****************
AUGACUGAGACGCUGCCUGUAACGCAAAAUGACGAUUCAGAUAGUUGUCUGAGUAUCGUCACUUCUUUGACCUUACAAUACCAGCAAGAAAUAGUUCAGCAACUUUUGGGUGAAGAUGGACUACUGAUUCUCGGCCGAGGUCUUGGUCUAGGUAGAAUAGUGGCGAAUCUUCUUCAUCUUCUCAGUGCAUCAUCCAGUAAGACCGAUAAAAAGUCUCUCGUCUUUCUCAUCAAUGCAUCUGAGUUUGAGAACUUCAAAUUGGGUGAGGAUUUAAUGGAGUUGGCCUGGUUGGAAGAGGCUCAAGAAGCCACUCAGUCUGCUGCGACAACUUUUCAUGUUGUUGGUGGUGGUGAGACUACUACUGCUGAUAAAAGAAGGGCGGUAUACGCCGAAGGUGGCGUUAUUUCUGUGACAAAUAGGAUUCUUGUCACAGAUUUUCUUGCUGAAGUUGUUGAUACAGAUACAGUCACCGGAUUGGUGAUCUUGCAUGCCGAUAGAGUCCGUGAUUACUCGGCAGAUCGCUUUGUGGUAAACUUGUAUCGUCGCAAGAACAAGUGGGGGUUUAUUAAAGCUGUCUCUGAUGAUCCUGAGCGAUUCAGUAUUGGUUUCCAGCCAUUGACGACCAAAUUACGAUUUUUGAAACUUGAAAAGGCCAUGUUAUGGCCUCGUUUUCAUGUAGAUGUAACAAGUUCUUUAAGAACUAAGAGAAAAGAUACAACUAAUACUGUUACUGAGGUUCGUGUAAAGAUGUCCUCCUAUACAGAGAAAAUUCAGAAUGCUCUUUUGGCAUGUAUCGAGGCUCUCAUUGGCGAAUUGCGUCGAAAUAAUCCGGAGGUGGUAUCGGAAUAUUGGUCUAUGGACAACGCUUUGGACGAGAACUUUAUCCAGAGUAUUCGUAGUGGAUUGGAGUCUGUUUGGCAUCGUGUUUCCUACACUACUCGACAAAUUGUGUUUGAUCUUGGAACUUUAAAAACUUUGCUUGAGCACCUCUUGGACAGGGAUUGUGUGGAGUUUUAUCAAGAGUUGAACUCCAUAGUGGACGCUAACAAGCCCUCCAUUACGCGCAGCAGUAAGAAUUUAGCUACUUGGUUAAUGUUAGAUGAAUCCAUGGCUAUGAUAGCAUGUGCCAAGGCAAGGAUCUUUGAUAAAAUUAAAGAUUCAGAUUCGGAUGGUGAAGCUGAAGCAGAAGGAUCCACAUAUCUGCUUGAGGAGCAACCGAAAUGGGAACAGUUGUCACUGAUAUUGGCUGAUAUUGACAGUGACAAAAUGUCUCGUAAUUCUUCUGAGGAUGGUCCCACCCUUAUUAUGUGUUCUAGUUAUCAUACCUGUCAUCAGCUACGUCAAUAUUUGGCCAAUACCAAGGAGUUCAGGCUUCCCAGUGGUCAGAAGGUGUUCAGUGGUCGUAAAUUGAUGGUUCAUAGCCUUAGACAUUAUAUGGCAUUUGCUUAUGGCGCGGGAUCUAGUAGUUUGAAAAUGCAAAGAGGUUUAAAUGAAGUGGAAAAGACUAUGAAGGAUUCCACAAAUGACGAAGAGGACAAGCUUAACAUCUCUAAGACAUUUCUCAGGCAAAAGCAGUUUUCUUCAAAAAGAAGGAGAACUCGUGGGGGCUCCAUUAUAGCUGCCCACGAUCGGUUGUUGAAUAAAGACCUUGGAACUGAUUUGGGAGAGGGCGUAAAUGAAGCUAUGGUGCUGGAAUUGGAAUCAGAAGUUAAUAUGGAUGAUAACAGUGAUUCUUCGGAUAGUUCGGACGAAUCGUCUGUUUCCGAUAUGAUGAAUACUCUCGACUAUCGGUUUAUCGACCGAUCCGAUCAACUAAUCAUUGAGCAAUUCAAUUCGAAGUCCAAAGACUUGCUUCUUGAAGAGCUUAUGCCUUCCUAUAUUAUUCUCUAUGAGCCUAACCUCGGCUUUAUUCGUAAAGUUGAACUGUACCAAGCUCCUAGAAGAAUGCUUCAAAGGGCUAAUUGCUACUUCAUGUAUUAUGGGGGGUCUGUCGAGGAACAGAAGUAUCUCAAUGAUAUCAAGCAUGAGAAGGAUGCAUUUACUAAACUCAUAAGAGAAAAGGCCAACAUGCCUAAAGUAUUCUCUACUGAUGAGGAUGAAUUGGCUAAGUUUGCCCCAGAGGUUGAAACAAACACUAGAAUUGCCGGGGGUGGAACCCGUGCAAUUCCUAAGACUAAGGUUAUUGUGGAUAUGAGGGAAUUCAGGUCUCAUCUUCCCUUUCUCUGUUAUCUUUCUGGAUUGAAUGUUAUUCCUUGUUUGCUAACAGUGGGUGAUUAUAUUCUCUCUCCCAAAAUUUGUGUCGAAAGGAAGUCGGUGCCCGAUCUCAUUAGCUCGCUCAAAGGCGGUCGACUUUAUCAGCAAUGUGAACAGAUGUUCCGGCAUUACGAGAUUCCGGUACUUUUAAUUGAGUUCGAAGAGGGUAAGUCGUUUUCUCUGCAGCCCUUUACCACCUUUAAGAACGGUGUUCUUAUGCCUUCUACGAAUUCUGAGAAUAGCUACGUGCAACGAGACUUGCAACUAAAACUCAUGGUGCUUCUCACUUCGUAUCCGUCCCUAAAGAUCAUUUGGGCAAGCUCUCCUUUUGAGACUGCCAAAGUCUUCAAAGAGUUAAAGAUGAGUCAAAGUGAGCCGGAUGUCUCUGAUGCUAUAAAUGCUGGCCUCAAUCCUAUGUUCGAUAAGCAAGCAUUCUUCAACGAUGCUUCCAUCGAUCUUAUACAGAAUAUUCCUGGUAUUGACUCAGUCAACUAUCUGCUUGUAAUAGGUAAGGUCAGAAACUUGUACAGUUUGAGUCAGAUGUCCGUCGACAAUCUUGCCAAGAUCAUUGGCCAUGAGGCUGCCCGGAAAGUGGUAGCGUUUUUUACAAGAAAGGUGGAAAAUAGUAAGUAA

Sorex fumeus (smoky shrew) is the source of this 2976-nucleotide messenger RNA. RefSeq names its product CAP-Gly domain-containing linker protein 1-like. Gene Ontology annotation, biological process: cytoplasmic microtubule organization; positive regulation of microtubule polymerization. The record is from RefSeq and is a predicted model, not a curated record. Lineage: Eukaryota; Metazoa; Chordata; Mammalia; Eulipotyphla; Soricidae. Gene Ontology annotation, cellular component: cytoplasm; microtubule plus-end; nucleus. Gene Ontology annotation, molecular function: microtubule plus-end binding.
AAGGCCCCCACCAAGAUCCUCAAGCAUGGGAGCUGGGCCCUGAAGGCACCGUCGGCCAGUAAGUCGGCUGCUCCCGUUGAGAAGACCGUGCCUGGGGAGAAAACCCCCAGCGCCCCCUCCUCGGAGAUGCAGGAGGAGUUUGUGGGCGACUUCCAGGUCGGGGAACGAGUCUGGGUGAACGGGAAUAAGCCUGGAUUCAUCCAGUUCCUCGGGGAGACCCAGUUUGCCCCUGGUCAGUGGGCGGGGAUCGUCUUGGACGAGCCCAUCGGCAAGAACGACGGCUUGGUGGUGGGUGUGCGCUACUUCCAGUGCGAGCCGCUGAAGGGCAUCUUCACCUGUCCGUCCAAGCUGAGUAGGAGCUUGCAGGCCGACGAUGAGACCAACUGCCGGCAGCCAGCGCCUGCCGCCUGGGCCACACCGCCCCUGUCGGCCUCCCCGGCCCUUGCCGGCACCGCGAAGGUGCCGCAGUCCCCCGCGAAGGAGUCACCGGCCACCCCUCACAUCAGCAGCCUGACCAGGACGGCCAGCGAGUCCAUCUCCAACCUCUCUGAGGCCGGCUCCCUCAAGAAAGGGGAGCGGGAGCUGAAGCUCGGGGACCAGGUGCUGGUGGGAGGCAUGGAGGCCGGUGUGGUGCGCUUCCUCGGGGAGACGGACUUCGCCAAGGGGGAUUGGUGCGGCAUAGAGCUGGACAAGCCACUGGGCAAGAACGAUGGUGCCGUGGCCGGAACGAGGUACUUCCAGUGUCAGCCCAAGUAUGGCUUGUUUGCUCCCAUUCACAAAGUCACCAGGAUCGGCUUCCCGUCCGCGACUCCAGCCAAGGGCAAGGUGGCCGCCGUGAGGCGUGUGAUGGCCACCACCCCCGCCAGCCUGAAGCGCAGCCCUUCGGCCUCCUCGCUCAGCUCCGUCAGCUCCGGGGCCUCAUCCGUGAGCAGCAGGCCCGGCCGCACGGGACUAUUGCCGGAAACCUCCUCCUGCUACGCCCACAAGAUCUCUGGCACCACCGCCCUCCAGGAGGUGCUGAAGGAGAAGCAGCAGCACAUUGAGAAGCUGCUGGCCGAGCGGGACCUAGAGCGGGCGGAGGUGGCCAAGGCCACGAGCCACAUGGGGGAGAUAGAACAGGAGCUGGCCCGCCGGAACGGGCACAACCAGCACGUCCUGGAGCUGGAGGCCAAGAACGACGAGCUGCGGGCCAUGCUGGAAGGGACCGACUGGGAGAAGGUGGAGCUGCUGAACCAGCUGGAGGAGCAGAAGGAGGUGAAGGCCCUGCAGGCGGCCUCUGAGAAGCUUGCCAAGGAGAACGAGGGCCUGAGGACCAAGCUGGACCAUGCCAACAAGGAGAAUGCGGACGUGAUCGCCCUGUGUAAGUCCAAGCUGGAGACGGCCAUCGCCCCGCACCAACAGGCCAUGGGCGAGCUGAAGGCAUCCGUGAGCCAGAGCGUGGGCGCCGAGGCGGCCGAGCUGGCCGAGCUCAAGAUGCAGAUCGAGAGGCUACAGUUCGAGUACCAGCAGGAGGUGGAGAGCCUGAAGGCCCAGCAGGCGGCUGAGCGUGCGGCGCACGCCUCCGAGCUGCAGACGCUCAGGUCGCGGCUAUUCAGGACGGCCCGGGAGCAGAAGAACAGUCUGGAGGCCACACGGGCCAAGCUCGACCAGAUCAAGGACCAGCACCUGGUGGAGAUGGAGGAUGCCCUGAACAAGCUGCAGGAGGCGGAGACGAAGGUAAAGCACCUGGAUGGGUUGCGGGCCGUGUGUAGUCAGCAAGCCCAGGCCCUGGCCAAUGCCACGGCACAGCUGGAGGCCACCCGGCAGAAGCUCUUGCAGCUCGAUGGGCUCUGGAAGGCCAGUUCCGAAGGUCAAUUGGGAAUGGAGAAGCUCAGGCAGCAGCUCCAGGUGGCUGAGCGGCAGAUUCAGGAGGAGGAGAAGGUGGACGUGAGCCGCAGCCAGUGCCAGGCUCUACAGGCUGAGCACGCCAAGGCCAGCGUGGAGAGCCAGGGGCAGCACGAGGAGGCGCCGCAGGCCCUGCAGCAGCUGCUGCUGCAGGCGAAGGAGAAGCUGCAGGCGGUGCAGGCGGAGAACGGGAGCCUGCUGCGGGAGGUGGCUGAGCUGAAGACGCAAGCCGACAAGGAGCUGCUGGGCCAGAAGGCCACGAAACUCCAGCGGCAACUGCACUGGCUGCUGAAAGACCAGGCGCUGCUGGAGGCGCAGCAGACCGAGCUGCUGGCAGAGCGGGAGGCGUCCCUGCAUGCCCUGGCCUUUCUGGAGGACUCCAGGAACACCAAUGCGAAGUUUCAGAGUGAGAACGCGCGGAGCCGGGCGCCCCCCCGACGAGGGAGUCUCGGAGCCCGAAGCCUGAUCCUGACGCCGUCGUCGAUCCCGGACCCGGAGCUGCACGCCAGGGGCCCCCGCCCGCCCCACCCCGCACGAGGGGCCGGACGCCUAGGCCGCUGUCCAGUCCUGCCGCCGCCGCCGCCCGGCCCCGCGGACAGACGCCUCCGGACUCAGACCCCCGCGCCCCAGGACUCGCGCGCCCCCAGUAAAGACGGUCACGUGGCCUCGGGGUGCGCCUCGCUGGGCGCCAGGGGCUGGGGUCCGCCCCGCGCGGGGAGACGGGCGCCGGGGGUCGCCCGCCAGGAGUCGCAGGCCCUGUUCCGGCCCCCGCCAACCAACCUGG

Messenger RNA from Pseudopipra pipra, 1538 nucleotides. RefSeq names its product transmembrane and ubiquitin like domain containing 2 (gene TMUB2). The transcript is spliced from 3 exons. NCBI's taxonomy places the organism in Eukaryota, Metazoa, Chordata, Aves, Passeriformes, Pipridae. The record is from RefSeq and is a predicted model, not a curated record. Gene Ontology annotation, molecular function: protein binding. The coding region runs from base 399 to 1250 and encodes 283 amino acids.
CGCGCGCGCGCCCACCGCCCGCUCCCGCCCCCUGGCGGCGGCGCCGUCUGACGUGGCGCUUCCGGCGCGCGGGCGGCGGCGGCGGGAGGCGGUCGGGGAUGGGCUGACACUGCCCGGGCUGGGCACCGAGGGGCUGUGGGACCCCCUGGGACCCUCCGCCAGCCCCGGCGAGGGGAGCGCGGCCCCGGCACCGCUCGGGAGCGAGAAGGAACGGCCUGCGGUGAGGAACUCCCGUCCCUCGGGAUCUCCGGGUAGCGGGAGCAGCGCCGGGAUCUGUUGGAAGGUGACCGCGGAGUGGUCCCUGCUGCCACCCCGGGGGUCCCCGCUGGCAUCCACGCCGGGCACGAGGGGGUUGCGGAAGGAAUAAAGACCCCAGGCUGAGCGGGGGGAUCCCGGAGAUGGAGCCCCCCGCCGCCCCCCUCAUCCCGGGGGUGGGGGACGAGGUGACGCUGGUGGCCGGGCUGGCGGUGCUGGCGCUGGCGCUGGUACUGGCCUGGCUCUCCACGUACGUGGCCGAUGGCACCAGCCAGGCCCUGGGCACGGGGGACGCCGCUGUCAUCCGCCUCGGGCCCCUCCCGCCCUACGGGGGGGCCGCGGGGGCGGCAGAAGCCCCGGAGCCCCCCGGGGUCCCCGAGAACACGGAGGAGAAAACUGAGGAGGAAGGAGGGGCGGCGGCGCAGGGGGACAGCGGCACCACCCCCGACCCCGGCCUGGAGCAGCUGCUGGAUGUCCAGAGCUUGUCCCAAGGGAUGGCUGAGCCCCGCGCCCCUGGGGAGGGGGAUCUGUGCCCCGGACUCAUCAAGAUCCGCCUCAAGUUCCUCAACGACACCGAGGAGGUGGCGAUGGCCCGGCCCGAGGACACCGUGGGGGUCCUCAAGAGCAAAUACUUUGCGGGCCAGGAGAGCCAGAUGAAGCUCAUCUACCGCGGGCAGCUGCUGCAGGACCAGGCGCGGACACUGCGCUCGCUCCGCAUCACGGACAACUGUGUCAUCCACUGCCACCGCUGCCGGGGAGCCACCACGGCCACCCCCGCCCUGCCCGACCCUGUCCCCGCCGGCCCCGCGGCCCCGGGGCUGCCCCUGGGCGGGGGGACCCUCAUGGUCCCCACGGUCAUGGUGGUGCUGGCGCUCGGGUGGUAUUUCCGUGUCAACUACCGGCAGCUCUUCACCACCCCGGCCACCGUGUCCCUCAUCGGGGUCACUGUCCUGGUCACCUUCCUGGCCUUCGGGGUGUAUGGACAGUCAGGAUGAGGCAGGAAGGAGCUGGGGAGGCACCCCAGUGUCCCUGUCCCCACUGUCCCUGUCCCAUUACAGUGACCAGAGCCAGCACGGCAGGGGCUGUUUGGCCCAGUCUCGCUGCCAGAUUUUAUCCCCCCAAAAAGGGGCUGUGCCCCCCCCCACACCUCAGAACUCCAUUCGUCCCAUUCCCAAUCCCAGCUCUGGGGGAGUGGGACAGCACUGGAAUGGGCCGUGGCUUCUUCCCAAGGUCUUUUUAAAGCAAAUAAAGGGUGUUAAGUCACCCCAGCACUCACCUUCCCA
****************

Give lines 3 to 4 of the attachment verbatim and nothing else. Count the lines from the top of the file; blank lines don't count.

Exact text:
AAGGCCCCCACCAAGAUCCUCAAGCAUGGGAGCUGGGCCCUGAAGGCACCGUCGGCCAGUAAGUCGGCUGCUCCCGUUGAGAAGACCGUGCCUGGGGAGAAAACCCCCAGCGCCCCCUCCUCGGAGAUGCAGGAGGAGUUUGUGGGCGACUUCCAGGUCGGGGAACGAGUCUGGGUGAACGGGAAUAAGCCUGGAUUCAUCCAGUUCCUCGGGGAGACCCAGUUUGCCCCUGGUCAGUGGGCGGGGAUCGUCUUGGACGAGCCCAUCGGCAAGAACGACGGCUUGGUGGUGGGUGUGCGCUACUUCCAGUGCGAGCCGCUGAAGGGCAUCUUCACCUGUCCGUCCAAGCUGAGUAGGAGCUUGCAGGCCGACGAUGAGACCAACUGCCGGCAGCCAGCGCCUGCCGCCUGGGCCACACCGCCCCUGUCGGCCUCCCCGGCCCUUGCCGGCACCGCGAAGGUGCCGCAGUCCCCCGCGAAGGAGUCACCGGCCACCCCUCACAUCAGCAGCCUGACCAGGACGGCCAGCGAGUCCAUCUCCAACCUCUCUGAGGCCGGCUCCCUCAAGAAAGGGGAGCGGGAGCUGAAGCUCGGGGACCAGGUGCUGGUGGGAGGCAUGGAGGCCGGUGUGGUGCGCUUCCUCGGGGAGACGGACUUCGCCAAGGGGGAUUGGUGCGGCAUAGAGCUGGACAAGCCACUGGGCAAGAACGAUGGUGCCGUGGCCGGAACGAGGUACUUCCAGUGUCAGCCCAAGUAUGGCUUGUUUGCUCCCAUUCACAAAGUCACCAGGAUCGGCUUCCCGUCCGCGACUCCAGCCAAGGGCAAGGUGGCCGCCGUGAGGCGUGUGAUGGCCACCACCCCCGCCAGCCUGAAGCGCAGCCCUUCGGCCUCCUCGCUCAGCUCCGUCAGCUCCGGGGCCUCAUCCGUGAGCAGCAGGCCCGGCCGCACGGGACUAUUGCCGGAAACCUCCUCCUGCUACGCCCACAAGAUCUCUGGCACCACCGCCCUCCAGGAGGUGCUGAAGGAGAAGCAGCAGCACAUUGAGAAGCUGCUGGCCGAGCGGGACCUAGAGCGGGCGGAGGUGGCCAAGGCCACGAGCCACAUGGGGGAGAUAGAACAGGAGCUGGCCCGCCGGAACGGGCACAACCAGCACGUCCUGGAGCUGGAGGCCAAGAACGACGAGCUGCGGGCCAUGCUGGAAGGGACCGACUGGGAGAAGGUGGAGCUGCUGAACCAGCUGGAGGAGCAGAAGGAGGUGAAGGCCCUGCAGGCGGCCUCUGAGAAGCUUGCCAAGGAGAACGAGGGCCUGAGGACCAAGCUGGACCAUGCCAACAAGGAGAAUGCGGACGUGAUCGCCCUGUGUAAGUCCAAGCUGGAGACGGCCAUCGCCCCGCACCAACAGGCCAUGGGCGAGCUGAAGGCAUCCGUGAGCCAGAGCGUGGGCGCCGAGGCGGCCGAGCUGGCCGAGCUCAAGAUGCAGAUCGAGAGGCUACAGUUCGAGUACCAGCAGGAGGUGGAGAGCCUGAAGGCCCAGCAGGCGGCUGAGCGUGCGGCGCACGCCUCCGAGCUGCAGACGCUCAGGUCGCGGCUAUUCAGGACGGCCCGGGAGCAGAAGAACAGUCUGGAGGCCACACGGGCCAAGCUCGACCAGAUCAAGGACCAGCACCUGGUGGAGAUGGAGGAUGCCCUGAACAAGCUGCAGGAGGCGGAGACGAAGGUAAAGCACCUGGAUGGGUUGCGGGCCGUGUGUAGUCAGCAAGCCCAGGCCCUGGCCAAUGCCACGGCACAGCUGGAGGCCACCCGGCAGAAGCUCUUGCAGCUCGAUGGGCUCUGGAAGGCCAGUUCCGAAGGUCAAUUGGGAAUGGAGAAGCUCAGGCAGCAGCUCCAGGUGGCUGAGCGGCAGAUUCAGGAGGAGGAGAAGGUGGACGUGAGCCGCAGCCAGUGCCAGGCUCUACAGGCUGAGCACGCCAAGGCCAGCGUGGAGAGCCAGGGGCAGCACGAGGAGGCGCCGCAGGCCCUGCAGCAGCUGCUGCUGCAGGCGAAGGAGAAGCUGCAGGCGGUGCAGGCGGAGAACGGGAGCCUGCUGCGGGAGGUGGCUGAGCUGAAGACGCAAGCCGACAAGGAGCUGCUGGGCCAGAAGGCCACGAAACUCCAGCGGCAACUGCACUGGCUGCUGAAAGACCAGGCGCUGCUGGAGGCGCAGCAGACCGAGCUGCUGGCAGAGCGGGAGGCGUCCCUGCAUGCCCUGGCCUUUCUGGAGGACUCCAGGAACACCAAUGCGAAGUUUCAGAGUGAGAACGCGCGGAGCCGGGCGCCCCCCCGACGAGGGAGUCUCGGAGCCCGAAGCCUGAUCCUGACGCCGUCGUCGAUCCCGGACCCGGAGCUGCACGCCAGGGGCCCCCGCCCGCCCCACCCCGCACGAGGGGCCGGACGCCUAGGCCGCUGUCCAGUCCUGCCGCCGCCGCCGCCCGGCCCCGCGGACAGACGCCUCCGGACUCAGACCCCCGCGCCCCAGGACUCGCGCGCCCCCAGUAAAGACGGUCACGUGGCCUCGGGGUGCGCCUCGCUGGGCGCCAGGGGCUGGGGUCCGCCCCGCGCGGGGAGACGGGCGCCGGGGGUCGCCCGCCAGGAGUCGCAGGCCCUGUUCCGGCCCCCGCCAACCAACCUGG

Messenger RNA from Pseudopipra pipra, 1538 nucleotides. RefSeq names its product transmembrane and ubiquitin like domain containing 2 (gene TMUB2). The transcript is spliced from 3 exons. NCBI's taxonomy places the organism in Eukaryota, Metazoa, Chordata, Aves, Passeriformes, Pipridae. The record is from RefSeq and is a predicted model, not a curated record. Gene Ontology annotation, molecular function: protein binding. The coding region runs from base 399 to 1250 and encodes 283 amino acids.